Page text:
This article was originally published on Above the Law.

As part of my access to justice writing, I have been researching paraprofessional programs in the Pacific Northwest, specifically Washington State’s Limited License Legal Technician (LLLT) and the recommended changes to Oregon’s rules of professional conduct as outlined in the Oregon State Bar’s 2017 Futures Task Force report.  Over the past couple of years, the LLLT has surfaced at various Evolve Law events across the country and I was surprised and intrigued by negativity from lawyers on the topic. Comments that LLLT were taking work away from attorneys sounds like protectionism to me.

Our access to justice gap only seems to widen, and with about 80% of Americans without legal representation, I do not understand the “not in my backyard” (NIMBY) attitude towards paraprofessionals. My goal is to better understand and debunk some of the myths around the LLLT and that research is still in progress. However, recently I stumbled across something in the Model Rules of Professional Conduct (MRPC) that helped me understand why lawyers may seem entitled to a NIMBY view of paraprofessional programs.

The 2017 edition of the MRPC contains this one line as Comment 1 to Rule 1.17: Sale of a Law Practice, “The practice of law is a profession, not merely a business.” The next line in the same MRPC comment states, “clients are not commodities that can be purchased and sold at will.” I do not disagree with the second statement but I am unclear how that client view is unique to a profession versus a business. I do understand that clients can choose to stay with their attorney upon sale of a business, but that is no different than following your doctor, barber, stylist, accountant, or financial planner and so on, as a client or customer.

In the dictionary, profession is defined as, “a principal calling, vocation, or employment” or a “a calling requiring specialized knowledge and often long and intensive academic preparation.” The same dictionary defines business as “a usually commercial or mercantile activity engaged in as a means of livelihood…dealings or transactions especially of an economic nature.” Personally, I like the archaic definition of “busyness” which is a purposeful activity. Regardless, I think any difference between profession and business is completely irrelevant to serving clients or customers and providing access to justice.  Our purpose should be to close the access to justice gap by providing services and products that solve clients’ legal problems, using paraprofessionals, technology, and any reasonable means.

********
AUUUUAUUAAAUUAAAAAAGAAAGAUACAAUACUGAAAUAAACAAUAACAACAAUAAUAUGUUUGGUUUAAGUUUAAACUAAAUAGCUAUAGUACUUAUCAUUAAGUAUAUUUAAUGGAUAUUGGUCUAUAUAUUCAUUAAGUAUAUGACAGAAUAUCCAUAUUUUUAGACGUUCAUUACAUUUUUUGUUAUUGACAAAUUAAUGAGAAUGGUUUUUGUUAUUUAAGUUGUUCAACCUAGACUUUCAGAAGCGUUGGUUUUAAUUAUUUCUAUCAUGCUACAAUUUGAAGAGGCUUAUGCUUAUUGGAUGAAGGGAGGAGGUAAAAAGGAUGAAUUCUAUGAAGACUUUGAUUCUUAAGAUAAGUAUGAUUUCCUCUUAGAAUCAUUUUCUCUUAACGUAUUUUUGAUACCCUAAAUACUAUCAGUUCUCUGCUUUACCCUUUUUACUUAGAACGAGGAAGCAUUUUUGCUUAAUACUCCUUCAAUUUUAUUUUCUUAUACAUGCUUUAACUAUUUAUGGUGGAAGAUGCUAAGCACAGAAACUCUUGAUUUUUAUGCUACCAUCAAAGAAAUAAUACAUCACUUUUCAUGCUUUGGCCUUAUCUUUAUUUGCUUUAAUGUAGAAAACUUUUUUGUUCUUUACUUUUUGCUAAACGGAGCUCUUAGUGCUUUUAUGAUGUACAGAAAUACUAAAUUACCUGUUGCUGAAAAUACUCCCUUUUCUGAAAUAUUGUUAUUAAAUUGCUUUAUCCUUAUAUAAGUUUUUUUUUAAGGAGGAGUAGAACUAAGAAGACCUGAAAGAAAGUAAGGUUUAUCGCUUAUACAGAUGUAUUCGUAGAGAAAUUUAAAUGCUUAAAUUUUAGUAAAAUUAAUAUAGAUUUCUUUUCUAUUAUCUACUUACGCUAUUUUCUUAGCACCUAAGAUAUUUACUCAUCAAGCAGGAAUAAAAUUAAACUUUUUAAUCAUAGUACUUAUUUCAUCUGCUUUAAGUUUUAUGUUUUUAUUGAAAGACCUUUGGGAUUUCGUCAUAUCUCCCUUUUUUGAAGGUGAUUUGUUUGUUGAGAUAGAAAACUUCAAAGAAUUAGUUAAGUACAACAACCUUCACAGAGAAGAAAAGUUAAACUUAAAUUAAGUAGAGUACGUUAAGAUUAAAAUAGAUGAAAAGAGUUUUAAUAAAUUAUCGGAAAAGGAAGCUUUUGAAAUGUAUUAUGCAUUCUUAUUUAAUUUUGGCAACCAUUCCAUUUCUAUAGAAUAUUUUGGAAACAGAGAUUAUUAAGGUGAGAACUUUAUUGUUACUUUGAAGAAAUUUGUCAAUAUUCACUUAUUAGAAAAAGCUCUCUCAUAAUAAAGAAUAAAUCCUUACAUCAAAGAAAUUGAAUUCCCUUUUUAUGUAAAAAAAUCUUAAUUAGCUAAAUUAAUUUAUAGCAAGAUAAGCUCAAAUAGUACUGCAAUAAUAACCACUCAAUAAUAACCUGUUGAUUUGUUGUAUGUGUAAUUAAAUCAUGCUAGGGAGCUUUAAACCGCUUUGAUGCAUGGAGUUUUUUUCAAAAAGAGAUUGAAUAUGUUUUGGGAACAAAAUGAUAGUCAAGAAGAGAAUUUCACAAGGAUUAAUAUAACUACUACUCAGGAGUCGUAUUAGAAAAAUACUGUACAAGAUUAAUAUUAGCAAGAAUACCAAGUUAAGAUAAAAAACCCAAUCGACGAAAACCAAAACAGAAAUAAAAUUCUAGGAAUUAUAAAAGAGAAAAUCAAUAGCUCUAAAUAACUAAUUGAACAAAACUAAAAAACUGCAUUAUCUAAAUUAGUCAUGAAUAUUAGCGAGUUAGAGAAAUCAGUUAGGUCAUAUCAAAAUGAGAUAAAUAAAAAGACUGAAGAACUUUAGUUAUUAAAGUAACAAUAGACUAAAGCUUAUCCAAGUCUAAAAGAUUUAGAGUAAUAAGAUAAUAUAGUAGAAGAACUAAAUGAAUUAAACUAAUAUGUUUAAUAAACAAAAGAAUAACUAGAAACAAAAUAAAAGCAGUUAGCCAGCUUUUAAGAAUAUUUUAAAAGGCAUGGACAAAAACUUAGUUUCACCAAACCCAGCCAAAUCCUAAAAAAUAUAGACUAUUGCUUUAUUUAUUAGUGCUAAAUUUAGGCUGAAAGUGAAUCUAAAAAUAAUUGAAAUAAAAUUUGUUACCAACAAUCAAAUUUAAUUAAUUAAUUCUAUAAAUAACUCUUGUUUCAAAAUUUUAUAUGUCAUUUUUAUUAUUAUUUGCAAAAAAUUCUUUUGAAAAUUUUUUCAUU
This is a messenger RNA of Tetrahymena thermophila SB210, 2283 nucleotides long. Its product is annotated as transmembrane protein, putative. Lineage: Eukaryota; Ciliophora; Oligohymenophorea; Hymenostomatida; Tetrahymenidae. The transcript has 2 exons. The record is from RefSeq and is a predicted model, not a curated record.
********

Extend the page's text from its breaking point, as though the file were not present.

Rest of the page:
As I researched the LLLT, I was surprised by the attorney-supervised hour requirement of 3000 hours or about 18 months of full-time work. LLLTs do not represent clients in court and are limited to consultation, research, drafting, and advice. To provide context, in Arizona, an EMT qualifies with under 30 practical hours and a paramedic is less than 1000 hours. These first-responders go beyond consulting with patients; they are saving lives.  Why so many hours for LLLTs?  As I mentioned above, my research and interviews are not complete but this seems like a prohibitive amount of training time. Also, the required courses do not qualify for student loans which is another barrier for aspiring LLLTs.

Other professions have stringent experience requirements, for example a professional engineer (PE) completes four years of work under a supervisor before they can write the final PE exam. Years ago, I had to article for two years in Canada to qualify as a professional accountant. However, to become an attorney in the U.S., there is no work experience requirement.  I am not advocating change to the existing lawyer qualifications, rather a review of the program experience requirements for LLLTs and any new paraprofessional programs.

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